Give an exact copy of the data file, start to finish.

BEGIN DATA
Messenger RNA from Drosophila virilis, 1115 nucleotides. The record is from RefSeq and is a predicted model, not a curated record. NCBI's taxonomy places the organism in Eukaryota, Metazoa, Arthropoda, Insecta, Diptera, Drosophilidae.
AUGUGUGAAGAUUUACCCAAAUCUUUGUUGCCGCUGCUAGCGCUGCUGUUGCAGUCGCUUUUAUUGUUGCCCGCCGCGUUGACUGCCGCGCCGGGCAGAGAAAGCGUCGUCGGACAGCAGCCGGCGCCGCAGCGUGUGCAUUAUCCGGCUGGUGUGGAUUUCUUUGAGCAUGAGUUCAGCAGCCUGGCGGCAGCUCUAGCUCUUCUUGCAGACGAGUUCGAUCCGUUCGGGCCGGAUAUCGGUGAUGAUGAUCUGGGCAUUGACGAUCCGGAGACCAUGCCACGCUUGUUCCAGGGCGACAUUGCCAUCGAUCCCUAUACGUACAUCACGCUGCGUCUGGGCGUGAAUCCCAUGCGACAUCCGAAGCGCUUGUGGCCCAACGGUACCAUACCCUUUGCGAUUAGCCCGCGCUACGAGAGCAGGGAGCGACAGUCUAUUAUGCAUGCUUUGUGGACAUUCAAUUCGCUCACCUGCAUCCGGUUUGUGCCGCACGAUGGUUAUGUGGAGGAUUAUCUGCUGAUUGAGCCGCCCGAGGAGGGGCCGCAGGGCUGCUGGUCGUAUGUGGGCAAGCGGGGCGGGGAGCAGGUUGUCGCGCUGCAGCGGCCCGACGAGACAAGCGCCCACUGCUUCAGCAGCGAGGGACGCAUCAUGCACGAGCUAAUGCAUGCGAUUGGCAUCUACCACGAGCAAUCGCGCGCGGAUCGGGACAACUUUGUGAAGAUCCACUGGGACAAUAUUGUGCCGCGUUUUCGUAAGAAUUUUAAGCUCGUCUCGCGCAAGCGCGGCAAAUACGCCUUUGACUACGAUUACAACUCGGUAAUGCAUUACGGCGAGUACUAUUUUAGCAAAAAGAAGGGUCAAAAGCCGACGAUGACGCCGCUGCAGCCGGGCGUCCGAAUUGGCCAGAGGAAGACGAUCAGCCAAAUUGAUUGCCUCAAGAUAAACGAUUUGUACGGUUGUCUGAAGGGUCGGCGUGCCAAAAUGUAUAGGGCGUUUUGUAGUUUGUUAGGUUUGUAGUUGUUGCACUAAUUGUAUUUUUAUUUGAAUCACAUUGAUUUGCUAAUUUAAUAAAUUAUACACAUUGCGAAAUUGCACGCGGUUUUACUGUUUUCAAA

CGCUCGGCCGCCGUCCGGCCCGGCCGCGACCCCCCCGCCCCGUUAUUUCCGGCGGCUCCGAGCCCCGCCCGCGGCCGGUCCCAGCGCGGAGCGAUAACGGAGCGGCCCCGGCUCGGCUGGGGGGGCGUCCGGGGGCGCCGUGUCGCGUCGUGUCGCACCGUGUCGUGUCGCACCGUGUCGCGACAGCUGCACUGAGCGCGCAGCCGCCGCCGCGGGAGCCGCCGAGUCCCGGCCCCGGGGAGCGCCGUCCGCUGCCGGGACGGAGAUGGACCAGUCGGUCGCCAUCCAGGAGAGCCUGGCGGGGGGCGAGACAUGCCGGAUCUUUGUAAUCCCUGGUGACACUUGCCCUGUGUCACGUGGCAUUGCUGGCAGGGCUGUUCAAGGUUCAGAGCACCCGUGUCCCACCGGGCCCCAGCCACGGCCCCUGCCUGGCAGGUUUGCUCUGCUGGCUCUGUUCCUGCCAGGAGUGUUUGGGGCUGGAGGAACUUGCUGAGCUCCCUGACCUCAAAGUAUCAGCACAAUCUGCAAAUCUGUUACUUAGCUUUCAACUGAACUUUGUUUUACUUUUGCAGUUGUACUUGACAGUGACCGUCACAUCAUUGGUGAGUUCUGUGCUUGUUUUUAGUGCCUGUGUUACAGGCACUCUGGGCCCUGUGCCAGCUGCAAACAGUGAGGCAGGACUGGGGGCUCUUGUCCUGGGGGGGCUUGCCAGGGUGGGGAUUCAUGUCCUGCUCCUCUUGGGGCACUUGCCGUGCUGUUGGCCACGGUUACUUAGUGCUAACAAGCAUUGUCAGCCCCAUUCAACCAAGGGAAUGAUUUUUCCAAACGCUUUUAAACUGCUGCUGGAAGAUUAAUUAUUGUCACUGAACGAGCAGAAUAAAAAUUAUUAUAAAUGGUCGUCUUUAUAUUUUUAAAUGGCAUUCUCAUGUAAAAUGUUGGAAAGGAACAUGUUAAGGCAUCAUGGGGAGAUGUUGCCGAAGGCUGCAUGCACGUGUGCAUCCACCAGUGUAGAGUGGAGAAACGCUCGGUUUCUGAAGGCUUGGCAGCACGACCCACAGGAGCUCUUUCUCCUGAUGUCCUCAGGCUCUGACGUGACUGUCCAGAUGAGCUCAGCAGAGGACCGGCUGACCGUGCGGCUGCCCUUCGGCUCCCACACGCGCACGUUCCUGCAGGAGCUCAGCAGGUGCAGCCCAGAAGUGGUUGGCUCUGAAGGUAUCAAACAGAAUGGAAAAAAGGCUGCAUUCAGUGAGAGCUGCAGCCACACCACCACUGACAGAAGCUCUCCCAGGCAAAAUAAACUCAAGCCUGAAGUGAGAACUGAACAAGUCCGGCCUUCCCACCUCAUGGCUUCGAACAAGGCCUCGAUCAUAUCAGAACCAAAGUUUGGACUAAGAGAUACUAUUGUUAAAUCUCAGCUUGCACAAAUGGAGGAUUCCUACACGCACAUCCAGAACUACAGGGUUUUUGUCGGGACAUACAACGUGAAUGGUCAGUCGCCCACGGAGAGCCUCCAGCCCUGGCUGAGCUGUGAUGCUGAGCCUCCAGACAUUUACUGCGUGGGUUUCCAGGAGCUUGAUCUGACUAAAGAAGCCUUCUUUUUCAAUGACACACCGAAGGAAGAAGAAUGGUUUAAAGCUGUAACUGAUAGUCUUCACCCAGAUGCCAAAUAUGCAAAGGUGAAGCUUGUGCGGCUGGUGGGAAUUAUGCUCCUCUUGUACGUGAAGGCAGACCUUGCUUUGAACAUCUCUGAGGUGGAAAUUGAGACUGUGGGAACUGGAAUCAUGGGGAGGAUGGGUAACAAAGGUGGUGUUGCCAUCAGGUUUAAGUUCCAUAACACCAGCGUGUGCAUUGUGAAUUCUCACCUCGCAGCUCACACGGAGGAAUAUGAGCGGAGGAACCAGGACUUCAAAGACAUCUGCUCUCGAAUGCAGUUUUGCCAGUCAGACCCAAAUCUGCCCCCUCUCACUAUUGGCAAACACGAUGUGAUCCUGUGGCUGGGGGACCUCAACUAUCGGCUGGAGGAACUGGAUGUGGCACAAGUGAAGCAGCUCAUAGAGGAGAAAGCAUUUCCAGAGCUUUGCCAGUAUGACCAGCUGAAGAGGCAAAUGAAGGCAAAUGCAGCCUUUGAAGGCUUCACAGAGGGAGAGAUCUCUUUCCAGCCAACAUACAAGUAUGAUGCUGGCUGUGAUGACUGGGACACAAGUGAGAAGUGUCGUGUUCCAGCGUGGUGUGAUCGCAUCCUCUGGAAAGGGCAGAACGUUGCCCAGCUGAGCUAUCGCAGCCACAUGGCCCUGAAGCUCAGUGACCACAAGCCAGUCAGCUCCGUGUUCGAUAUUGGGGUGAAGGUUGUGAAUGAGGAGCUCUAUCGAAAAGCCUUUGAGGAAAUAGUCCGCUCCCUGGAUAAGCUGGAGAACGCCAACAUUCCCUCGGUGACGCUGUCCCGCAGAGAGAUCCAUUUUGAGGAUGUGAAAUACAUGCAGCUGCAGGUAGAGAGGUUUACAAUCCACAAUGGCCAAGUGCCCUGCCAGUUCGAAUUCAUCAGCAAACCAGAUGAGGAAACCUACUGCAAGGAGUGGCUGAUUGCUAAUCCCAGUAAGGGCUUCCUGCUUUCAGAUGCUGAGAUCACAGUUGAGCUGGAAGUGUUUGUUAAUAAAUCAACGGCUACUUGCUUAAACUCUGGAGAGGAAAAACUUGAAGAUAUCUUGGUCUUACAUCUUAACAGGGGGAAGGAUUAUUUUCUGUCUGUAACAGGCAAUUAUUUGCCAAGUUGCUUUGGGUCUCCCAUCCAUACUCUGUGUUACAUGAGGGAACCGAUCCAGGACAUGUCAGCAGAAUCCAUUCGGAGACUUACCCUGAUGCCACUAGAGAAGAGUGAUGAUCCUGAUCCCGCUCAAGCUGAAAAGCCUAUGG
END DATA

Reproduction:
Messenger RNA from Drosophila virilis, 1115 nucleotides. The record is from RefSeq and is a predicted model, not a curated record. NCBI's taxonomy places the organism in Eukaryota, Metazoa, Arthropoda, Insecta, Diptera, Drosophilidae.
AUGUGUGAAGAUUUACCCAAAUCUUUGUUGCCGCUGCUAGCGCUGCUGUUGCAGUCGCUUUUAUUGUUGCCCGCCGCGUUGACUGCCGCGCCGGGCAGAGAAAGCGUCGUCGGACAGCAGCCGGCGCCGCAGCGUGUGCAUUAUCCGGCUGGUGUGGAUUUCUUUGAGCAUGAGUUCAGCAGCCUGGCGGCAGCUCUAGCUCUUCUUGCAGACGAGUUCGAUCCGUUCGGGCCGGAUAUCGGUGAUGAUGAUCUGGGCAUUGACGAUCCGGAGACCAUGCCACGCUUGUUCCAGGGCGACAUUGCCAUCGAUCCCUAUACGUACAUCACGCUGCGUCUGGGCGUGAAUCCCAUGCGACAUCCGAAGCGCUUGUGGCCCAACGGUACCAUACCCUUUGCGAUUAGCCCGCGCUACGAGAGCAGGGAGCGACAGUCUAUUAUGCAUGCUUUGUGGACAUUCAAUUCGCUCACCUGCAUCCGGUUUGUGCCGCACGAUGGUUAUGUGGAGGAUUAUCUGCUGAUUGAGCCGCCCGAGGAGGGGCCGCAGGGCUGCUGGUCGUAUGUGGGCAAGCGGGGCGGGGAGCAGGUUGUCGCGCUGCAGCGGCCCGACGAGACAAGCGCCCACUGCUUCAGCAGCGAGGGACGCAUCAUGCACGAGCUAAUGCAUGCGAUUGGCAUCUACCACGAGCAAUCGCGCGCGGAUCGGGACAACUUUGUGAAGAUCCACUGGGACAAUAUUGUGCCGCGUUUUCGUAAGAAUUUUAAGCUCGUCUCGCGCAAGCGCGGCAAAUACGCCUUUGACUACGAUUACAACUCGGUAAUGCAUUACGGCGAGUACUAUUUUAGCAAAAAGAAGGGUCAAAAGCCGACGAUGACGCCGCUGCAGCCGGGCGUCCGAAUUGGCCAGAGGAAGACGAUCAGCCAAAUUGAUUGCCUCAAGAUAAACGAUUUGUACGGUUGUCUGAAGGGUCGGCGUGCCAAAAUGUAUAGGGCGUUUUGUAGUUUGUUAGGUUUGUAGUUGUUGCACUAAUUGUAUUUUUAUUUGAAUCACAUUGAUUUGCUAAUUUAAUAAAUUAUACACAUUGCGAAAUUGCACGCGGUUUUACUGUUUUCAAA

CGCUCGGCCGCCGUCCGGCCCGGCCGCGACCCCCCCGCCCCGUUAUUUCCGGCGGCUCCGAGCCCCGCCCGCGGCCGGUCCCAGCGCGGAGCGAUAACGGAGCGGCCCCGGCUCGGCUGGGGGGGCGUCCGGGGGCGCCGUGUCGCGUCGUGUCGCACCGUGUCGUGUCGCACCGUGUCGCGACAGCUGCACUGAGCGCGCAGCCGCCGCCGCGGGAGCCGCCGAGUCCCGGCCCCGGGGAGCGCCGUCCGCUGCCGGGACGGAGAUGGACCAGUCGGUCGCCAUCCAGGAGAGCCUGGCGGGGGGCGAGACAUGCCGGAUCUUUGUAAUCCCUGGUGACACUUGCCCUGUGUCACGUGGCAUUGCUGGCAGGGCUGUUCAAGGUUCAGAGCACCCGUGUCCCACCGGGCCCCAGCCACGGCCCCUGCCUGGCAGGUUUGCUCUGCUGGCUCUGUUCCUGCCAGGAGUGUUUGGGGCUGGAGGAACUUGCUGAGCUCCCUGACCUCAAAGUAUCAGCACAAUCUGCAAAUCUGUUACUUAGCUUUCAACUGAACUUUGUUUUACUUUUGCAGUUGUACUUGACAGUGACCGUCACAUCAUUGGUGAGUUCUGUGCUUGUUUUUAGUGCCUGUGUUACAGGCACUCUGGGCCCUGUGCCAGCUGCAAACAGUGAGGCAGGACUGGGGGCUCUUGUCCUGGGGGGGCUUGCCAGGGUGGGGAUUCAUGUCCUGCUCCUCUUGGGGCACUUGCCGUGCUGUUGGCCACGGUUACUUAGUGCUAACAAGCAUUGUCAGCCCCAUUCAACCAAGGGAAUGAUUUUUCCAAACGCUUUUAAACUGCUGCUGGAAGAUUAAUUAUUGUCACUGAACGAGCAGAAUAAAAAUUAUUAUAAAUGGUCGUCUUUAUAUUUUUAAAUGGCAUUCUCAUGUAAAAUGUUGGAAAGGAACAUGUUAAGGCAUCAUGGGGAGAUGUUGCCGAAGGCUGCAUGCACGUGUGCAUCCACCAGUGUAGAGUGGAGAAACGCUCGGUUUCUGAAGGCUUGGCAGCACGACCCACAGGAGCUCUUUCUCCUGAUGUCCUCAGGCUCUGACGUGACUGUCCAGAUGAGCUCAGCAGAGGACCGGCUGACCGUGCGGCUGCCCUUCGGCUCCCACACGCGCACGUUCCUGCAGGAGCUCAGCAGGUGCAGCCCAGAAGUGGUUGGCUCUGAAGGUAUCAAACAGAAUGGAAAAAAGGCUGCAUUCAGUGAGAGCUGCAGCCACACCACCACUGACAGAAGCUCUCCCAGGCAAAAUAAACUCAAGCCUGAAGUGAGAACUGAACAAGUCCGGCCUUCCCACCUCAUGGCUUCGAACAAGGCCUCGAUCAUAUCAGAACCAAAGUUUGGACUAAGAGAUACUAUUGUUAAAUCUCAGCUUGCACAAAUGGAGGAUUCCUACACGCACAUCCAGAACUACAGGGUUUUUGUCGGGACAUACAACGUGAAUGGUCAGUCGCCCACGGAGAGCCUCCAGCCCUGGCUGAGCUGUGAUGCUGAGCCUCCAGACAUUUACUGCGUGGGUUUCCAGGAGCUUGAUCUGACUAAAGAAGCCUUCUUUUUCAAUGACACACCGAAGGAAGAAGAAUGGUUUAAAGCUGUAACUGAUAGUCUUCACCCAGAUGCCAAAUAUGCAAAGGUGAAGCUUGUGCGGCUGGUGGGAAUUAUGCUCCUCUUGUACGUGAAGGCAGACCUUGCUUUGAACAUCUCUGAGGUGGAAAUUGAGACUGUGGGAACUGGAAUCAUGGGGAGGAUGGGUAACAAAGGUGGUGUUGCCAUCAGGUUUAAGUUCCAUAACACCAGCGUGUGCAUUGUGAAUUCUCACCUCGCAGCUCACACGGAGGAAUAUGAGCGGAGGAACCAGGACUUCAAAGACAUCUGCUCUCGAAUGCAGUUUUGCCAGUCAGACCCAAAUCUGCCCCCUCUCACUAUUGGCAAACACGAUGUGAUCCUGUGGCUGGGGGACCUCAACUAUCGGCUGGAGGAACUGGAUGUGGCACAAGUGAAGCAGCUCAUAGAGGAGAAAGCAUUUCCAGAGCUUUGCCAGUAUGACCAGCUGAAGAGGCAAAUGAAGGCAAAUGCAGCCUUUGAAGGCUUCACAGAGGGAGAGAUCUCUUUCCAGCCAACAUACAAGUAUGAUGCUGGCUGUGAUGACUGGGACACAAGUGAGAAGUGUCGUGUUCCAGCGUGGUGUGAUCGCAUCCUCUGGAAAGGGCAGAACGUUGCCCAGCUGAGCUAUCGCAGCCACAUGGCCCUGAAGCUCAGUGACCACAAGCCAGUCAGCUCCGUGUUCGAUAUUGGGGUGAAGGUUGUGAAUGAGGAGCUCUAUCGAAAAGCCUUUGAGGAAAUAGUCCGCUCCCUGGAUAAGCUGGAGAACGCCAACAUUCCCUCGGUGACGCUGUCCCGCAGAGAGAUCCAUUUUGAGGAUGUGAAAUACAUGCAGCUGCAGGUAGAGAGGUUUACAAUCCACAAUGGCCAAGUGCCCUGCCAGUUCGAAUUCAUCAGCAAACCAGAUGAGGAAACCUACUGCAAGGAGUGGCUGAUUGCUAAUCCCAGUAAGGGCUUCCUGCUUUCAGAUGCUGAGAUCACAGUUGAGCUGGAAGUGUUUGUUAAUAAAUCAACGGCUACUUGCUUAAACUCUGGAGAGGAAAAACUUGAAGAUAUCUUGGUCUUACAUCUUAACAGGGGGAAGGAUUAUUUUCUGUCUGUAACAGGCAAUUAUUUGCCAAGUUGCUUUGGGUCUCCCAUCCAUACUCUGUGUUACAUGAGGGAACCGAUCCAGGACAUGUCAGCAGAAUCCAUUCGGAGACUUACCCUGAUGCCACUAGAGAAGAGUGAUGAUCCUGAUCCCGCUCAAGCUGAAAAGCCUAUGG